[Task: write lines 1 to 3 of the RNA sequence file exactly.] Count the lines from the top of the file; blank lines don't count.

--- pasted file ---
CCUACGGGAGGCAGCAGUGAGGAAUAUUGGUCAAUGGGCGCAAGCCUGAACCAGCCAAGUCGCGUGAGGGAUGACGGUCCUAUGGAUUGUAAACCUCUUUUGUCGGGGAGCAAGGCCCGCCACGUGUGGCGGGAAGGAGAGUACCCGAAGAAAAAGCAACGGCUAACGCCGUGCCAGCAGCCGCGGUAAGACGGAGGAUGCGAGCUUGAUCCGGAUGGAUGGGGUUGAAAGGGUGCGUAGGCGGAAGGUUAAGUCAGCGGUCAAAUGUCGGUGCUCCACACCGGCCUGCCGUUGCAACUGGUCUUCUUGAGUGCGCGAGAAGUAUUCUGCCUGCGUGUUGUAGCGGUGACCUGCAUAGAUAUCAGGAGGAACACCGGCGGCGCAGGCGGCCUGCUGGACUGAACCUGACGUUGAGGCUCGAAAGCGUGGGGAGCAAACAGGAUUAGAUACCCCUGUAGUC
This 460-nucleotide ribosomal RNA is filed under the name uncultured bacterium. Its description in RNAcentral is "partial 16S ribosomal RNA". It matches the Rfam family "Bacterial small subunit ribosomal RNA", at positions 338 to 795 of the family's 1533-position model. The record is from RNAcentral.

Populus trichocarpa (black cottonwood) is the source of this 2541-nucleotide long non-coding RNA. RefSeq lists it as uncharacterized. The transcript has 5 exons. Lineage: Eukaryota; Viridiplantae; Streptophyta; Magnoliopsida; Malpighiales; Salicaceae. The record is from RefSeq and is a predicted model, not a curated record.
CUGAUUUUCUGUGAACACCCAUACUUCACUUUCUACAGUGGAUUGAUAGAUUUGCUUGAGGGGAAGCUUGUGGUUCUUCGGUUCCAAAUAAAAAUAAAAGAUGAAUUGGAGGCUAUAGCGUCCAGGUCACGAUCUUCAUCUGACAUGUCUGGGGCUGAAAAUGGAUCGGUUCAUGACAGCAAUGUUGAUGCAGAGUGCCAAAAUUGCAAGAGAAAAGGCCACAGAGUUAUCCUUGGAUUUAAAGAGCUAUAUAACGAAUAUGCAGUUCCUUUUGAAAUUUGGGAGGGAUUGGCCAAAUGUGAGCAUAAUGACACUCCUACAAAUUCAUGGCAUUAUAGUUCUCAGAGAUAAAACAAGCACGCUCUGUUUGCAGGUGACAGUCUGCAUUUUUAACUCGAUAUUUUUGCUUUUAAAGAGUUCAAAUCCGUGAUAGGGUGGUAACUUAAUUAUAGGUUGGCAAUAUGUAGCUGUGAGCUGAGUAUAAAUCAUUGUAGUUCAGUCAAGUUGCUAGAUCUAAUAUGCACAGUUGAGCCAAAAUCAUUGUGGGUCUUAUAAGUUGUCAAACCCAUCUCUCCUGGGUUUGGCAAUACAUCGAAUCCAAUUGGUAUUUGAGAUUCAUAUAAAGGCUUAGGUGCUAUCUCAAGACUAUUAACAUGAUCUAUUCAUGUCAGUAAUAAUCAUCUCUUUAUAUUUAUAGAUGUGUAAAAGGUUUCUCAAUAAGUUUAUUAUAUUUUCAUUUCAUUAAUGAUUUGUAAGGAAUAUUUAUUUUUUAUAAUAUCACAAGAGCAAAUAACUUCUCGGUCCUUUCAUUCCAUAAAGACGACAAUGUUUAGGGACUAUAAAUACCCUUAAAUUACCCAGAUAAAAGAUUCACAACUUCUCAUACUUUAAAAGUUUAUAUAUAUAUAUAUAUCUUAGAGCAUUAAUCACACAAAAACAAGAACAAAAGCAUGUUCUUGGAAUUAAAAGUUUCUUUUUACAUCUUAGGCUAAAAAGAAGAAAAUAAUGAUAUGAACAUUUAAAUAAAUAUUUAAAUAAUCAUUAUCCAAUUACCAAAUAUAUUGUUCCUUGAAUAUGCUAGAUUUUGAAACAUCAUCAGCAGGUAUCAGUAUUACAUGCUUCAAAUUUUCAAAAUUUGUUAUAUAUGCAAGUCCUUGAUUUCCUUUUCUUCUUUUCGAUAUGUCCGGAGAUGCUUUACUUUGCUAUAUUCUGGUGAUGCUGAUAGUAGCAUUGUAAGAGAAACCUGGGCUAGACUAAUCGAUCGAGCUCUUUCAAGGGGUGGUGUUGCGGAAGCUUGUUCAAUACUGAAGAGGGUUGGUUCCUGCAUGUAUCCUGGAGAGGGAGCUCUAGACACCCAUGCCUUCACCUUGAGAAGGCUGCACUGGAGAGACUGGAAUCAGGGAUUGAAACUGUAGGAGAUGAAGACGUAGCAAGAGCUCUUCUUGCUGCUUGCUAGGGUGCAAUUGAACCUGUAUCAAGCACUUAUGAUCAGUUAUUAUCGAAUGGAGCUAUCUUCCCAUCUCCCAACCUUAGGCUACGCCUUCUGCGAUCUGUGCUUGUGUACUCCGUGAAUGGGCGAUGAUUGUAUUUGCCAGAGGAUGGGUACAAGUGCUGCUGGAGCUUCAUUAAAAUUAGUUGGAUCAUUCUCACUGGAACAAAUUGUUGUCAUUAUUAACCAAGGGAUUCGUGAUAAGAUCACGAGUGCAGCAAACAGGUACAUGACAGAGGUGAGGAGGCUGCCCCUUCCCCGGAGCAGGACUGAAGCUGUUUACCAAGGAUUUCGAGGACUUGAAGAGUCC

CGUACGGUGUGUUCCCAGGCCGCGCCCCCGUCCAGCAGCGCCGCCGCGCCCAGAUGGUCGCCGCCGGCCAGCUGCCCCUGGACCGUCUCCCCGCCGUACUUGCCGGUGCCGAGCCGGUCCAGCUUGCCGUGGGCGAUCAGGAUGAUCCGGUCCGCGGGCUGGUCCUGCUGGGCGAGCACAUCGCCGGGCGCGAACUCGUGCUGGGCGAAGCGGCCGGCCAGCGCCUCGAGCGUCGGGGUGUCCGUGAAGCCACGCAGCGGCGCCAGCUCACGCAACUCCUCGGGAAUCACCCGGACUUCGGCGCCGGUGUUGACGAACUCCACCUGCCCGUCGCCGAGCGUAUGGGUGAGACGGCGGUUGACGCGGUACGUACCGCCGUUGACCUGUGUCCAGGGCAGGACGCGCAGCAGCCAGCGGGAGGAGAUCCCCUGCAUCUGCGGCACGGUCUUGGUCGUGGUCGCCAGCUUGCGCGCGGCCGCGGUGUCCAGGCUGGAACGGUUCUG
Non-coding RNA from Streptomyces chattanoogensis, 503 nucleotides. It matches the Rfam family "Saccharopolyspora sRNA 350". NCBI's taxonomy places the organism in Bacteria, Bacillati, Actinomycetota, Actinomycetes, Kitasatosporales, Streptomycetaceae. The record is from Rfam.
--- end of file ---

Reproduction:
CCUACGGGAGGCAGCAGUGAGGAAUAUUGGUCAAUGGGCGCAAGCCUGAACCAGCCAAGUCGCGUGAGGGAUGACGGUCCUAUGGAUUGUAAACCUCUUUUGUCGGGGAGCAAGGCCCGCCACGUGUGGCGGGAAGGAGAGUACCCGAAGAAAAAGCAACGGCUAACGCCGUGCCAGCAGCCGCGGUAAGACGGAGGAUGCGAGCUUGAUCCGGAUGGAUGGGGUUGAAAGGGUGCGUAGGCGGAAGGUUAAGUCAGCGGUCAAAUGUCGGUGCUCCACACCGGCCUGCCGUUGCAACUGGUCUUCUUGAGUGCGCGAGAAGUAUUCUGCCUGCGUGUUGUAGCGGUGACCUGCAUAGAUAUCAGGAGGAACACCGGCGGCGCAGGCGGCCUGCUGGACUGAACCUGACGUUGAGGCUCGAAAGCGUGGGGAGCAAACAGGAUUAGAUACCCCUGUAGUC
This 460-nucleotide ribosomal RNA is filed under the name uncultured bacterium. Its description in RNAcentral is "partial 16S ribosomal RNA". It matches the Rfam family "Bacterial small subunit ribosomal RNA", at positions 338 to 795 of the family's 1533-position model. The record is from RNAcentral.

Populus trichocarpa (black cottonwood) is the source of this 2541-nucleotide long non-coding RNA. RefSeq lists it as uncharacterized. The transcript has 5 exons. Lineage: Eukaryota; Viridiplantae; Streptophyta; Magnoliopsida; Malpighiales; Salicaceae. The record is from RefSeq and is a predicted model, not a curated record.